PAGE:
It's down to the final two teams at the Women’s World Cup and the streets of Lyon are filled with jerseys from all over the world in a show of pride for their team's efforts.
At first glance, the motto for the 2019 FIFA Women’s World Cup 'Le moment de briller' (Dare to Shine) seems like a pretty standard line for a major sporting tournament and the moments of brilliance fans can expect to see on display.
However, when you think about its application to women’s football, which has always been overshadowed by men’s it becomes so much more than words on promotional banners.
This added meaning has not been lost on the spectators many of whom, like the Sydney based group dubbed ‘The Croissants’ have grown up playing in an environment where even something as simple as properly fitting shorts feels like progress.
“We all played, I played with boys until I was 13 years old and you couldn’t play with them anymore and then there’s been a huge change."
"And now we all play for a quite well-established women’s football club and seeing that change over the last ten years has been amazing. We’ve gone from having no funding and having to wear men’s clothes and no supporters coming to watch the game.
"To having crowds at our game and having Nike doing our jerseys and having women’s shorts which up until this year we didn’t have- it seems so silly but it was actually such a big win for us.”
These wins have been hard to come by, with the gender disparity in facility access and wages well documented in the lead up to the World Cup.
However, the 2019 tournament shows signs of a game that is coming into its own.
“I know a lot of my groups of friends back home have become so much more involved with it in the past 6 to 12 months. I think it’s just because they’ve got a world name for themselves and a lot of people know them. They know the name Sam Kerr, they know the names Caitlin Foord and Hayley Raso and they are starting to really understand who the Matildas are. Even the home friendly games, the stadiums were packed.”
It almost goes without saying that the key person in this growth of recognition is Kerr as her exploits in front of goal have put her on the radar of football and non-football fans alike.
“Obviously we’re all wearing her jersey but she has made a massive difference for this team, she’s winning awards all around the world and has even just gotten nominated for two more and so I just think getting her name out there then filters through for the team and lets the whole team shine as a group. So her as an individual player and being captain of the team, she’s killing it out there.”
Many critics that Kerr and the team failed to ‘kill it’ when it mattered most, resulting in their premature exit from the World Cup.
While for the most part The Croissants and their Matildas jerseys have been welcomed everywhere they’ve gone they have come up against similar negativity.
“Last night some people were like; ‘why did you waste your money coming to the other side of the world, surely you didn’t think they were going to do well?’. But it’s comments like that that, we’re all supporting the same idea here, we’re all trying to support women’s football, regardless of what nationality we are- there’s no point shooting others down- we’ve come over and we could be from a team that’s not even here, we’ll come over and support the game.”
The definition of a Croissant (kwa•ssont) (noun): “A member of a larger group of individuals who are known for their love of buttery, delicious pastries and possess an acute awareness of the location of every camera within a 6 kilometre radius” #welivefootball #wearematildas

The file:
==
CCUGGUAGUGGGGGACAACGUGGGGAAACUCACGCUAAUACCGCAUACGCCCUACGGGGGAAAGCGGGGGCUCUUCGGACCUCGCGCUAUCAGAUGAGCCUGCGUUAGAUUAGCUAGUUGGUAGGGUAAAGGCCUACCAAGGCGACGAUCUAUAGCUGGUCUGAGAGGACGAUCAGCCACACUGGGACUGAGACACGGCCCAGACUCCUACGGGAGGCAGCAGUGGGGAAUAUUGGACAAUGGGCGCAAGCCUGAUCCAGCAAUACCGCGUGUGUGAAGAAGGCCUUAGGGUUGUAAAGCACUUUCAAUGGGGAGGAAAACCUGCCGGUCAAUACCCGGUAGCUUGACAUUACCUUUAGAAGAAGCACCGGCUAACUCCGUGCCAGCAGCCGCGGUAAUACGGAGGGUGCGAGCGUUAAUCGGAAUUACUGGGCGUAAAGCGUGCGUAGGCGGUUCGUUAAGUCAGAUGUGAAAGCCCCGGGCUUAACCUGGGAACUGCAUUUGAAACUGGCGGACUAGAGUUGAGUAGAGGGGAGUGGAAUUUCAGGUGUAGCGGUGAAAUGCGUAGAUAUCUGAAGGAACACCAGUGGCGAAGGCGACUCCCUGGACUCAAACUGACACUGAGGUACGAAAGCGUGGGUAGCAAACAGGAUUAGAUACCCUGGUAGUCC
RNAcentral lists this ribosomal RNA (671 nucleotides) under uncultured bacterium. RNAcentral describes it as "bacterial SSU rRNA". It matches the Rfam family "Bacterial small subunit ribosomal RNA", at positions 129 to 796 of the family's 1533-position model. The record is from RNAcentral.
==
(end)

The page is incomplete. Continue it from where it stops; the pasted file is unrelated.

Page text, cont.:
The girls have also noticed a rise in support from men that has seen the women’s game extend its reach beyond its traditional fan base.
“We had these three guys behind us talking about their favourite teams in the women’s champions league and all of us were standing there listening to this conversation and we were just loving it. We were like this is incredible to see that they are so passionate about a team which a lot of men are but they are usually men’s teams. It’s really important for the growth of the game.”
A lot of people put this down to there being less pretence in the women’s football.
“Leading up to the world cup when I was telling people that I was going there was quite a few people that were like I’ve actually been enjoying watching women’s sport. Because of the way women play it, it’s not so individual, it’s more a united sort of thing and there’s no diving. They really like the way women play because they’re happy to get in there in a 50/50 tackle and get up and keep going but the men do the big dive and- it’s just about them. We hope women’s sport doesn’t get to that and we got a taste for that with some games and we weren’t about it.”
However, this can be a bit of a double edged sword as female footballers seem to be subject to greater scrutiny when it comes to celebrating their achievements.
“In terms of showmanship girls get criticised ten times more than men. Like Rapinoe, if a guy did that, nothing whereas if a girl does that, they just get so much heat. Like some girls are just willing to cop it which is kind of great and then it’s understandable why some girls hold back because why would you put yourself through it?”
The women who are putting themselves through that are the ones who are advancing the game. While France 2019 hasn’t been without its issues it has showcased the growing passion for women’s football.
It has brought fans of the game together it has given the next generation role models beyond those provided by the men’s game. It has given these women their moment to shine and a platform to keep on shining.
“We need to keep seeing fantastic women’s football on an international stage like you can’t get any better. We’re not even at the beginning, it’s a massive step forward and it’s just going to be an exponential thing with more and more people.”